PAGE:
Andrew Smith takes a trip to the Music City to bask in one of the most unique fan experiences in professional sports.
Having just experienced it first hand and lived to tell the story, I can confidently say that there’s nothing on earth quite like Cell Block 303.
If one were to cross a costume party, the Rocky Horror Picture Show and one of those contests where guys compete to see who can deliver the best insult about the other guy’s mother, you’d have something approaching the experience of watching a Nashville Predators hockey game in section 303 of the Bridgestone Arena.
It’s an otherworldly scene.
The fans who aren’t wearing jerseys dress in costumes. The guy sitting beside me for Saturday night’s game against the St. Louis Blues wore a cape that he flailed around at each dramatic moment.
A group of guys at the top of the section took turns yelling insults directed at both the visiting Blues players and at the city with the arch in general. Others blow train whistles designed to remind of a Predators player with the last name “Tootoo.”
The fans not only cheer after every goal, they break into a predetermined full minute taunt of the other team’s goalie after every score, delivered in perfect unison. Cell Block 303 starts these cheers after every goal, and the rest of the stadium soon joins in.
The amazing thing is that the fans have a specific insult for every situation. There’s a taunt if an opposing player falls on the ice. There’s a different taunt if an opposing player gets a penalty, followed by yet another taunt when the penalty box door shuts behind him.
Individual opposing players are told they suck after every pregame introduction, right before the first faceoff, and, lest they forget, they are reminded that they suck at various intervals throughout the game.
There are an equal number of synchronized cheers supporting the Predators, and for that matter, even for when the P.A. guy announces the remaining time.
On each occasion, voices ring out in perfect unison with no clear source of origin, as though everyone in the section received a secret text message reading: “Go.” No one rehearses these cheers prior to the game, and there are no instructions handed out, but the fans in the Cell Block somehow just know all the words to say and when to say them.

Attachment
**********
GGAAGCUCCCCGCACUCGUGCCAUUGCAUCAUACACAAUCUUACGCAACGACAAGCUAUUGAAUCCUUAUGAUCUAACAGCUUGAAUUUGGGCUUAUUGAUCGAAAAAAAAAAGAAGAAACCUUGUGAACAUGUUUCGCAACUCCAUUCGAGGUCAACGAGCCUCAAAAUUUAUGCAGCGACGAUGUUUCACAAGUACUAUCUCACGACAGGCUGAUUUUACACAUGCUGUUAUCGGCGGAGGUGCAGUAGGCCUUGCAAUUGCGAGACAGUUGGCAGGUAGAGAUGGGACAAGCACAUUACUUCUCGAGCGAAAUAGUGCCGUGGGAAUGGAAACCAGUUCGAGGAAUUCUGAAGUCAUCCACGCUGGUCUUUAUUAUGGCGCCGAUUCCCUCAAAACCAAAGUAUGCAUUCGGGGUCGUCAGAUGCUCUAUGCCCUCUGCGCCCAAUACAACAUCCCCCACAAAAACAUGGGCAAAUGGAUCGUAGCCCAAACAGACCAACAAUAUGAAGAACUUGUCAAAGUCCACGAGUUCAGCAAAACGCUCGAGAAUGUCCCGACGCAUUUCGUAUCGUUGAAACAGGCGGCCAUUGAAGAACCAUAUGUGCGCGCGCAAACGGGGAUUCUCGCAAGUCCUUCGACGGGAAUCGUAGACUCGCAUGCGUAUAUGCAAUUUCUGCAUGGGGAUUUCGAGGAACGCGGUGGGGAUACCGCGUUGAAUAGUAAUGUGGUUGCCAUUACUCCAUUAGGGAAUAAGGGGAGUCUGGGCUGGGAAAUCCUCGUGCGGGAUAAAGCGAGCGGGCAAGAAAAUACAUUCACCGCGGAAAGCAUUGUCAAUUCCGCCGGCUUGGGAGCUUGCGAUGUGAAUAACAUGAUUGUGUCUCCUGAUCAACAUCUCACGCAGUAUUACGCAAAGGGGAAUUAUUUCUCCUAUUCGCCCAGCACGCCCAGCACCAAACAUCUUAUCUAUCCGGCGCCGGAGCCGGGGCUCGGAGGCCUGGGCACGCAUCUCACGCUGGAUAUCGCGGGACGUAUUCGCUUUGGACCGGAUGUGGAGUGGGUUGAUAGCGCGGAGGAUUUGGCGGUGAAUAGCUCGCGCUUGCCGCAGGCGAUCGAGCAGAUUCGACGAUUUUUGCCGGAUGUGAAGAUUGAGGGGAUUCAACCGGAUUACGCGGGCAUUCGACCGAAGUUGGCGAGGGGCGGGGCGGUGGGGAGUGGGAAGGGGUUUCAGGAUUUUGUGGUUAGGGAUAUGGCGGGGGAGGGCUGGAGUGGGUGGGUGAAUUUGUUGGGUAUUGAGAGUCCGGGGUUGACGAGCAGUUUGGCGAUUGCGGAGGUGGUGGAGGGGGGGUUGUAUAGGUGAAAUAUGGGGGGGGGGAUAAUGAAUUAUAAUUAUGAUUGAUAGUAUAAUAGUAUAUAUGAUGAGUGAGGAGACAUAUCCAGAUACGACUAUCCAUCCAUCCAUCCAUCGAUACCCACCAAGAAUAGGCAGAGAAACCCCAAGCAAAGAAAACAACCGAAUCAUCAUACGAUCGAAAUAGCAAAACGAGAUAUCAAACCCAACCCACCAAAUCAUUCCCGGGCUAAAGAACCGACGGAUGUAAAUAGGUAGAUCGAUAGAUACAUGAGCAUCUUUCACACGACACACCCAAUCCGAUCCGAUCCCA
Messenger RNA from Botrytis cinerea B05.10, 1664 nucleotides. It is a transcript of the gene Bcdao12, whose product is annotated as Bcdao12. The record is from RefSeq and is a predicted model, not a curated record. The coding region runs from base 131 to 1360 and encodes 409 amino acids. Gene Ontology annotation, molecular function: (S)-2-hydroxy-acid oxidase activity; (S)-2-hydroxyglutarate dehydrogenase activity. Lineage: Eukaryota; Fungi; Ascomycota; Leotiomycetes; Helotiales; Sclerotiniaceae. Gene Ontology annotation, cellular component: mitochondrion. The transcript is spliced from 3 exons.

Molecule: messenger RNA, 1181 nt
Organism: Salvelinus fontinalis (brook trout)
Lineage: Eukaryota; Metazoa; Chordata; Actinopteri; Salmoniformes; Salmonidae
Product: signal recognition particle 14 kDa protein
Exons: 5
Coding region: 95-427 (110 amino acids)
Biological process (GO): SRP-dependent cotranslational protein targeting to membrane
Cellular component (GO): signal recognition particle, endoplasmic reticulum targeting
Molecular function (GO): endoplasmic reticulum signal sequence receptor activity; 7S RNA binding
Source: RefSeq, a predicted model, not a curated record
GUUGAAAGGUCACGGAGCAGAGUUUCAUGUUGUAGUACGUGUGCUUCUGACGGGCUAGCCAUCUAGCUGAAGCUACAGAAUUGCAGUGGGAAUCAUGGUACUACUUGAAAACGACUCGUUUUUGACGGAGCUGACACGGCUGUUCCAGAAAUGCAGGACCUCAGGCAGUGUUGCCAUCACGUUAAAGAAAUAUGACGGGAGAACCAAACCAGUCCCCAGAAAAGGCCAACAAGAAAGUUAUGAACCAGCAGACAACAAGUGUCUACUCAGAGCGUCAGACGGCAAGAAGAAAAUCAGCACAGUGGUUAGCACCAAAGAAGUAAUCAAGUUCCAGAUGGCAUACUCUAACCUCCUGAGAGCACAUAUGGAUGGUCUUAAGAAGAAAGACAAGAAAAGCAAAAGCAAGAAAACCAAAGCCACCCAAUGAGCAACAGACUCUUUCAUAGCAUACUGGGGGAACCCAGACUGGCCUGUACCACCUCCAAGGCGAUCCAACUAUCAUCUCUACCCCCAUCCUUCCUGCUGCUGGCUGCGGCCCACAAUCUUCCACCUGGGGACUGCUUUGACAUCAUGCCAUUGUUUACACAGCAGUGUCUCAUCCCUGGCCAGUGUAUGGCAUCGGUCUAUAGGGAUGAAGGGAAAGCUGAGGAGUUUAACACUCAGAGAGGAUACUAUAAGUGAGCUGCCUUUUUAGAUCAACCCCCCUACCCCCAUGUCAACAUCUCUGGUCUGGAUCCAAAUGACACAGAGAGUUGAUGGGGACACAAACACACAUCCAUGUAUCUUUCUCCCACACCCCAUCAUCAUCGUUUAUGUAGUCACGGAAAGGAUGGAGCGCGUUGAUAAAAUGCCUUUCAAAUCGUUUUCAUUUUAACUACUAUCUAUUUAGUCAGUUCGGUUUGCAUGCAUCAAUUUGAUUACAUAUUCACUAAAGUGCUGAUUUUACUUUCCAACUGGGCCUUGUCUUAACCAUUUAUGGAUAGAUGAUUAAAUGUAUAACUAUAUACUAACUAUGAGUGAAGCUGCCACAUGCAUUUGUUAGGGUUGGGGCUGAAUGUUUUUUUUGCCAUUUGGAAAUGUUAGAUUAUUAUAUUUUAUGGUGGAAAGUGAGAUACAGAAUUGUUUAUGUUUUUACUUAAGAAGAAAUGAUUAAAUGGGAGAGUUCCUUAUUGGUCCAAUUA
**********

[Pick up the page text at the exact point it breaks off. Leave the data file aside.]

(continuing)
Its the only setting know to humanity (outside of pro wrestling) where professional sports follows a script.
Given the passion of the fans it contains, one might expect Cell Block 303 to contain the best seats in the house. The opposite is actually true.
Tucked away high in a remote corner of the arena, the section consists of the worst seats in the arena that money can buy. Somewhere along the way, the blue collar fans who could afford nothing better than the cheapest seats in the stadium decided to enhance their experience by collectively going nuts, and Cell Block 303 was born. In a Southern city that wasn’t a natural hockey market, the inmates of Cell Block 303 set out to make their enthusiasm infectious, and have largely succeeded.
In fact, the inmates of 303 have created such an energetic atmosphere that many who experience it firsthand will never voluntarily sit anywhere else again. The seats may not be great, but the energy and sense of community of being an inmate in the cell block are unrivaled.
Of course, the atmosphere isn’t quite so pleasant if you’re a fan of the opposing team who somehow ends up with tickets in the section.
On Saturday, a group of Blues fans, having no idea what they had gotten themselves into, strutted to their seats loudly talking trash and proclaiming their superiority to all who would listen.
Within five minutes they were beaten into verbal submission by retorts from various inmates who had clearly spent all day thinking of ways to defame all thing St. Louis, including its fans. As this unfortunate foursome realized they were in waaayyyy over their heads they suddenly became quiet.
Ten minutes later, one of them turned around and, with voice cracking, sheepishly whispered to my wife and I:
“This is insane. I’ve never seen anything like this. Are we even going to be safe sitting here?”
I assured them they would–that the Cell Block was like this for every game, but that it’s all in good fun. The passion is intense here, but it’s not the kind of place where people actually resort to violence.
Still, at that point, my wife, herself decked out in Predators gear, jumped in: “We used to live in St. Louis,” she said, “so I’m actually a Blues fan too.”
“But there is no way I’m letting anyone know that while I’m sitting here.”